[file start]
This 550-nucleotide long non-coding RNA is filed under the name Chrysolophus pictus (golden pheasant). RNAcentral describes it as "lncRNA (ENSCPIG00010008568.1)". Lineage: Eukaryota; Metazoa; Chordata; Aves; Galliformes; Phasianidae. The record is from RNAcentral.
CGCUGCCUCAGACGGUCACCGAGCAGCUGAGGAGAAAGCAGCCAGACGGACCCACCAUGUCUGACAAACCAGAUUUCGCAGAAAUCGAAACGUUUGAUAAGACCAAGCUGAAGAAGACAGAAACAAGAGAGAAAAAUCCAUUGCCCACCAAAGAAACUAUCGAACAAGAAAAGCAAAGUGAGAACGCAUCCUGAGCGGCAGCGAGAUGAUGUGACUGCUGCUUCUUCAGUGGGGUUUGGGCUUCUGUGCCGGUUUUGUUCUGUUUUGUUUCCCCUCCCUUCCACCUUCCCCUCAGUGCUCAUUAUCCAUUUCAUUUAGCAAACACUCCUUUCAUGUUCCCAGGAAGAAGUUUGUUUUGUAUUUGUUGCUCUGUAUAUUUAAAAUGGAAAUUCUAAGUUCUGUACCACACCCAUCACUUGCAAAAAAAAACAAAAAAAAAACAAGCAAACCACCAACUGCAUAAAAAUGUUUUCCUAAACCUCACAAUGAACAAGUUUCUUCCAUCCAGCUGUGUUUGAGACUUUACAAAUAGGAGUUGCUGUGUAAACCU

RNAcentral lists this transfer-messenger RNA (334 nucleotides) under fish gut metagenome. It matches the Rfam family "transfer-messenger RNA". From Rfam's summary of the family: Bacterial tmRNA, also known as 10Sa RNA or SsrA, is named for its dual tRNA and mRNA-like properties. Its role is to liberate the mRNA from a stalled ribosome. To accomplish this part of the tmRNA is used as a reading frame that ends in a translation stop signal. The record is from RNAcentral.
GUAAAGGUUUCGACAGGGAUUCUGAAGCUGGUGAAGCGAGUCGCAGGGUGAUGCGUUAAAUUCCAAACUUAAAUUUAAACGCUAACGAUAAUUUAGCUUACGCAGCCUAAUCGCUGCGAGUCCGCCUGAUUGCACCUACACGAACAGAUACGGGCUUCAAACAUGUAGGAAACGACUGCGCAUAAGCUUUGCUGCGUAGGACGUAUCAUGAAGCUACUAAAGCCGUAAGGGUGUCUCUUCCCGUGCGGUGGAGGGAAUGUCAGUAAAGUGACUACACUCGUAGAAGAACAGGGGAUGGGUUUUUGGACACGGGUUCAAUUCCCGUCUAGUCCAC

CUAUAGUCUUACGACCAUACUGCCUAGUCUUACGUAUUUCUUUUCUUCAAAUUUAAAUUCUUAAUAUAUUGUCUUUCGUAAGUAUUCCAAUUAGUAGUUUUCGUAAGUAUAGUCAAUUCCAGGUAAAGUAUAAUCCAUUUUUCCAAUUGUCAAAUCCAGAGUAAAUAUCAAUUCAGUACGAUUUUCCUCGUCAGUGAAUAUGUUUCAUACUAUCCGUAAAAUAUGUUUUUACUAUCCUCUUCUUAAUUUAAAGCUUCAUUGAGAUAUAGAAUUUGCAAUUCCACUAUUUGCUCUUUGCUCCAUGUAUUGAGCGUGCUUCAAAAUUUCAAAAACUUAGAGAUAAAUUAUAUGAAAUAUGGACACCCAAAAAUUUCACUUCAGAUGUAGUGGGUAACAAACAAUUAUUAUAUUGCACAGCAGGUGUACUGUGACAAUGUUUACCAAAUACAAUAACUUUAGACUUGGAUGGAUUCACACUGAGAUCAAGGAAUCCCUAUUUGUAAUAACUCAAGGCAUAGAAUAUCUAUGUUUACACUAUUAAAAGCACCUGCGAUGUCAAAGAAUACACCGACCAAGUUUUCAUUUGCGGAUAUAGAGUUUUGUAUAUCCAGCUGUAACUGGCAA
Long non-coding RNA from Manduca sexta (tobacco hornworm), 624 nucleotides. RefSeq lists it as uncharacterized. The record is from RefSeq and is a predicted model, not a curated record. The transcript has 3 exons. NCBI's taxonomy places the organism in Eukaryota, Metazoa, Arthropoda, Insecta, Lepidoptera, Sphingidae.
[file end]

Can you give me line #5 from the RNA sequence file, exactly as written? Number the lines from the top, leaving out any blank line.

CUAUAGUCUUACGACCAUACUGCCUAGUCUUACGUAUUUCUUUUCUUCAAAUUUAAAUUCUUAAUAUAUUGUCUUUCGUAAGUAUUCCAAUUAGUAGUUUUCGUAAGUAUAGUCAAUUCCAGGUAAAGUAUAAUCCAUUUUUCCAAUUGUCAAAUCCAGAGUAAAUAUCAAUUCAGUACGAUUUUCCUCGUCAGUGAAUAUGUUUCAUACUAUCCGUAAAAUAUGUUUUUACUAUCCUCUUCUUAAUUUAAAGCUUCAUUGAGAUAUAGAAUUUGCAAUUCCACUAUUUGCUCUUUGCUCCAUGUAUUGAGCGUGCUUCAAAAUUUCAAAAACUUAGAGAUAAAUUAUAUGAAAUAUGGACACCCAAAAAUUUCACUUCAGAUGUAGUGGGUAACAAACAAUUAUUAUAUUGCACAGCAGGUGUACUGUGACAAUGUUUACCAAAUACAAUAACUUUAGACUUGGAUGGAUUCACACUGAGAUCAAGGAAUCCCUAUUUGUAAUAACUCAAGGCAUAGAAUAUCUAUGUUUACACUAUUAAAAGCACCUGCGAUGUCAAAGAAUACACCGACCAAGUUUUCAUUUGCGGAUAUAGAGUUUUGUAUAUCCAGCUGUAACUGGCAA